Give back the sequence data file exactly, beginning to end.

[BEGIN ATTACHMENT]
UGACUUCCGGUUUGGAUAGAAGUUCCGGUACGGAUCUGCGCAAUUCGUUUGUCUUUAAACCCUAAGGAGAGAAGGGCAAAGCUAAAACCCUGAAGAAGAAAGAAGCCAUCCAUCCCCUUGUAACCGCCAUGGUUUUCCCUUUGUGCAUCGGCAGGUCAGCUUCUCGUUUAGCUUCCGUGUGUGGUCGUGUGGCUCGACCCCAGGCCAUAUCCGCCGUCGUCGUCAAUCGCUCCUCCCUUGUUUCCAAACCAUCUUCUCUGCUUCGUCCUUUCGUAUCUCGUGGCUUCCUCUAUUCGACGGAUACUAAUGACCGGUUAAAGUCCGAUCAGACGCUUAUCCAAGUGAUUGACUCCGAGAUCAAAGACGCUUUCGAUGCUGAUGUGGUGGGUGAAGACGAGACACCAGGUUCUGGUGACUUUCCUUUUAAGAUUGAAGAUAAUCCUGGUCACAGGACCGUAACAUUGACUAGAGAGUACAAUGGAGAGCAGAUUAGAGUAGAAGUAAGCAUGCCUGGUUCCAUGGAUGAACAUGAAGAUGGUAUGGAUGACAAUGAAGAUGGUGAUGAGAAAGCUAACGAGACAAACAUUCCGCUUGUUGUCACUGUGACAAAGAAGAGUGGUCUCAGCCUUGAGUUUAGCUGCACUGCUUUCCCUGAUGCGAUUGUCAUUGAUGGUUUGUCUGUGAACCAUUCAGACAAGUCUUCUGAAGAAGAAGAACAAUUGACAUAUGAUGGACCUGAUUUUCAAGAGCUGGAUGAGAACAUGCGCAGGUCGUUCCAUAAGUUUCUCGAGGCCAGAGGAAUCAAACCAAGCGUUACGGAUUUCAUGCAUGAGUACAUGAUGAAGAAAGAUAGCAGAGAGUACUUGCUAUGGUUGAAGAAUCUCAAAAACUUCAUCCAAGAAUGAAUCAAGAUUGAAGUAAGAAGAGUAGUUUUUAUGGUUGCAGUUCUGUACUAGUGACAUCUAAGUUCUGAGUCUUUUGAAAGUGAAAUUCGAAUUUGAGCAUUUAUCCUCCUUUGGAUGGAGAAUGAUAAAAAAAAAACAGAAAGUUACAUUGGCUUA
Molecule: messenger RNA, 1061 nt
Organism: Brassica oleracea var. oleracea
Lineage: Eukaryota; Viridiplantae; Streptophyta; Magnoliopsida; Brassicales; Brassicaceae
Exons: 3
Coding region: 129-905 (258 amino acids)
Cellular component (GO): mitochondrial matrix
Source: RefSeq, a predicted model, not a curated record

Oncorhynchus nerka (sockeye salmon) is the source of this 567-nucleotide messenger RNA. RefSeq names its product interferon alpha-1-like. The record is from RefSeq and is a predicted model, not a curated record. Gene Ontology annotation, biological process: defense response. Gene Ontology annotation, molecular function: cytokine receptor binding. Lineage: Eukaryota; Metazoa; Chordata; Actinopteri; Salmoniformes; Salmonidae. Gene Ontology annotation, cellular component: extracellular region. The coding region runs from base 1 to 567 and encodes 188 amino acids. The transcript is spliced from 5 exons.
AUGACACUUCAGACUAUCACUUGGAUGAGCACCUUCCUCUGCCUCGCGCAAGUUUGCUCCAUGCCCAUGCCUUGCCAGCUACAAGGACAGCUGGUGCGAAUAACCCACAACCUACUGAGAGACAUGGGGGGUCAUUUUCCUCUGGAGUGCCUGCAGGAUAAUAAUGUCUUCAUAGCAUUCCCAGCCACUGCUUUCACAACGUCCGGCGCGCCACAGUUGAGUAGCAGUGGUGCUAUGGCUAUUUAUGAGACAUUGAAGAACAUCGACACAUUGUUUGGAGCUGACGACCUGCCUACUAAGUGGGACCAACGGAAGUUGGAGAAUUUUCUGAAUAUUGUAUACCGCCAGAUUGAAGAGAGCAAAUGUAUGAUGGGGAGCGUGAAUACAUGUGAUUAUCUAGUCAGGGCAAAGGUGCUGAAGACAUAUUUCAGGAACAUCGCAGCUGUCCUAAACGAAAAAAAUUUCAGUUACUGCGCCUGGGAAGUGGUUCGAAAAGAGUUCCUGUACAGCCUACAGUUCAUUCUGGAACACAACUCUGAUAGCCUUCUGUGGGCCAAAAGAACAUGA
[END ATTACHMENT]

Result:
UGACUUCCGGUUUGGAUAGAAGUUCCGGUACGGAUCUGCGCAAUUCGUUUGUCUUUAAACCCUAAGGAGAGAAGGGCAAAGCUAAAACCCUGAAGAAGAAAGAAGCCAUCCAUCCCCUUGUAACCGCCAUGGUUUUCCCUUUGUGCAUCGGCAGGUCAGCUUCUCGUUUAGCUUCCGUGUGUGGUCGUGUGGCUCGACCCCAGGCCAUAUCCGCCGUCGUCGUCAAUCGCUCCUCCCUUGUUUCCAAACCAUCUUCUCUGCUUCGUCCUUUCGUAUCUCGUGGCUUCCUCUAUUCGACGGAUACUAAUGACCGGUUAAAGUCCGAUCAGACGCUUAUCCAAGUGAUUGACUCCGAGAUCAAAGACGCUUUCGAUGCUGAUGUGGUGGGUGAAGACGAGACACCAGGUUCUGGUGACUUUCCUUUUAAGAUUGAAGAUAAUCCUGGUCACAGGACCGUAACAUUGACUAGAGAGUACAAUGGAGAGCAGAUUAGAGUAGAAGUAAGCAUGCCUGGUUCCAUGGAUGAACAUGAAGAUGGUAUGGAUGACAAUGAAGAUGGUGAUGAGAAAGCUAACGAGACAAACAUUCCGCUUGUUGUCACUGUGACAAAGAAGAGUGGUCUCAGCCUUGAGUUUAGCUGCACUGCUUUCCCUGAUGCGAUUGUCAUUGAUGGUUUGUCUGUGAACCAUUCAGACAAGUCUUCUGAAGAAGAAGAACAAUUGACAUAUGAUGGACCUGAUUUUCAAGAGCUGGAUGAGAACAUGCGCAGGUCGUUCCAUAAGUUUCUCGAGGCCAGAGGAAUCAAACCAAGCGUUACGGAUUUCAUGCAUGAGUACAUGAUGAAGAAAGAUAGCAGAGAGUACUUGCUAUGGUUGAAGAAUCUCAAAAACUUCAUCCAAGAAUGAAUCAAGAUUGAAGUAAGAAGAGUAGUUUUUAUGGUUGCAGUUCUGUACUAGUGACAUCUAAGUUCUGAGUCUUUUGAAAGUGAAAUUCGAAUUUGAGCAUUUAUCCUCCUUUGGAUGGAGAAUGAUAAAAAAAAAACAGAAAGUUACAUUGGCUUA
Molecule: messenger RNA, 1061 nt
Organism: Brassica oleracea var. oleracea
Lineage: Eukaryota; Viridiplantae; Streptophyta; Magnoliopsida; Brassicales; Brassicaceae
Exons: 3
Coding region: 129-905 (258 amino acids)
Cellular component (GO): mitochondrial matrix
Source: RefSeq, a predicted model, not a curated record

Oncorhynchus nerka (sockeye salmon) is the source of this 567-nucleotide messenger RNA. RefSeq names its product interferon alpha-1-like. The record is from RefSeq and is a predicted model, not a curated record. Gene Ontology annotation, biological process: defense response. Gene Ontology annotation, molecular function: cytokine receptor binding. Lineage: Eukaryota; Metazoa; Chordata; Actinopteri; Salmoniformes; Salmonidae. Gene Ontology annotation, cellular component: extracellular region. The coding region runs from base 1 to 567 and encodes 188 amino acids. The transcript is spliced from 5 exons.
AUGACACUUCAGACUAUCACUUGGAUGAGCACCUUCCUCUGCCUCGCGCAAGUUUGCUCCAUGCCCAUGCCUUGCCAGCUACAAGGACAGCUGGUGCGAAUAACCCACAACCUACUGAGAGACAUGGGGGGUCAUUUUCCUCUGGAGUGCCUGCAGGAUAAUAAUGUCUUCAUAGCAUUCCCAGCCACUGCUUUCACAACGUCCGGCGCGCCACAGUUGAGUAGCAGUGGUGCUAUGGCUAUUUAUGAGACAUUGAAGAACAUCGACACAUUGUUUGGAGCUGACGACCUGCCUACUAAGUGGGACCAACGGAAGUUGGAGAAUUUUCUGAAUAUUGUAUACCGCCAGAUUGAAGAGAGCAAAUGUAUGAUGGGGAGCGUGAAUACAUGUGAUUAUCUAGUCAGGGCAAAGGUGCUGAAGACAUAUUUCAGGAACAUCGCAGCUGUCCUAAACGAAAAAAAUUUCAGUUACUGCGCCUGGGAAGUGGUUCGAAAAGAGUUCCUGUACAGCCUACAGUUCAUUCUGGAACACAACUCUGAUAGCCUUCUGUGGGCCAAAAGAACAUGA